A lot of times, when people learn I write scifi/fantasy, one of the first questions I get is ‘why that genre’. It’s a pretty deeply personal question, though I don’t think most people realize this. Asking somebody why they create a certain kind of art is sort of like asking ‘why’d your brain wind up so weird?’, except cloaked behind more trivial and superficial kinds of curiosity. For a long time, I answered that question with the answer to the question of what I think people really meant to ask, which is ‘what is interesting about scifi/fantasy as a genre’. This is a different question entirely, in that it doesn’t really have anything specific to do with me.
Now, though, I give them what I think is an honest answer: I write scifi/fantasy because the real world is a place I don’t particularly like most of the time. This is not to say I’m a lunatic who only finds joy in his ‘delusions’ (to use the pejorative term), but rather that I have difficulty keeping an even temper and a positive outlook the more I wallow in the present and the real. When I was a kid, my younger brother was diagnosed with a degenerative neurological disorder (Batten Disease, if you’re curious) that slowly killed him over a period of twenty years. During my formative adolescent years, I got to watch my brother and best friend slowly sink into a vegetative state, piece by piece, first losing his eyesight, then his fine motor control, then the ability to walk unassisted, then his ability to speak, and so on and so forth. Slowly. Year by year, month by month. I still have nightmares about it. They are the very worst kind, trust me.
Add to that all the usual horribleness of the real world. War, death, famine, injustice, racism, sexism, violence, and on and on and on. The kind of stuff that ordinarily makes your average teenager upset with the world. You can see now that fanciful alternatives held a certain appeal, yes?
Now, I don’t want to give off the impression that I’ve lived a particularly tough life. I haven’t. I have wonderful parents, a loving family, and, in many ways, luck as smiled on me in most of the ways that count. That said, my heart went through the wringer in a way I desperately hope most of you never experience.
Enough about me; let’s bring this back to speculative fiction, now. For a long period in my life, I read almost nothing other than space opera. Star Wars, of course, got me started, along with Star Trek and some other things (Babylon 5, Farscape, etc.). Over recent years, however, as I’ve been cultivating myself as a Serious Writer and Professor of Literature, I’ve been eschewing the ‘lighter’ stuff in favor of harder scifi, cyberpunk, and other styles that are more serious, more realistic, and, honestly, more grim. To be perfectly honest, most of these stories are better literature than much of the space opera sub-genre–there’s more interesting work being done about human nature, about what happens to us as a species, about what we need science to do or what we need it to stop doing, etc.. At the same time, though, they are also deeply tied to the real world. To ourselves. To all that ugliness and heavy-duty cynicism we fight with each and every day. It grows tiring after a time.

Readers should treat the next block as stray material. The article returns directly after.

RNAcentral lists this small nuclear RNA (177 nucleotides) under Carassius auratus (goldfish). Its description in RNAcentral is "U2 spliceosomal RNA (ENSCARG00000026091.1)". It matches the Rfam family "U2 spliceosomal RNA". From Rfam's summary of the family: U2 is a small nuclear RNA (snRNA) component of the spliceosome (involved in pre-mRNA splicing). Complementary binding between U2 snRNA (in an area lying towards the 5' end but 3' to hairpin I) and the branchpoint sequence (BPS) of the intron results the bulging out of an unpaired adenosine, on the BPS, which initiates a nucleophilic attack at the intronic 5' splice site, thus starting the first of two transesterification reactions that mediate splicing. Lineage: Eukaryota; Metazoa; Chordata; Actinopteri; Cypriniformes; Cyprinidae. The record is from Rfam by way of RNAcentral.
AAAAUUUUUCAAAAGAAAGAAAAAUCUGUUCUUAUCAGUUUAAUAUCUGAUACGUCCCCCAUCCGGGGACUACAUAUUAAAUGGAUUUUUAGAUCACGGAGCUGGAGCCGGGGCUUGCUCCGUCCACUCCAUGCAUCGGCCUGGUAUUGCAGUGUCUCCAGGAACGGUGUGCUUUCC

So, it’s with this running in the back of my mind that I stumbled upon what I think is a really, really cool idea for my own space opera universe. Alien species, improbably fast spaceships, laser beams and blasters, hell, maybe even psychic powers (silly as those are). High art? Maybe not, but who says everything has to be? Further, who says those things that aren’t high art don’t have something worthwhile to say? The challenge becomes, ultimately, to find something to say that all the other space operas haven’t already said (and boy do they ever repeat themselves). I’m in the middle of writing a different novel (urban fantasy) just now, but that doesn’t mean I can’t tinker and develop and tweak and build. I want to see if there’s something cool and interesting I can do in this genre that I leaned upon for all those years. Can I do it?
Well, hell, stay tuned. If I do, you’ll hear about it here.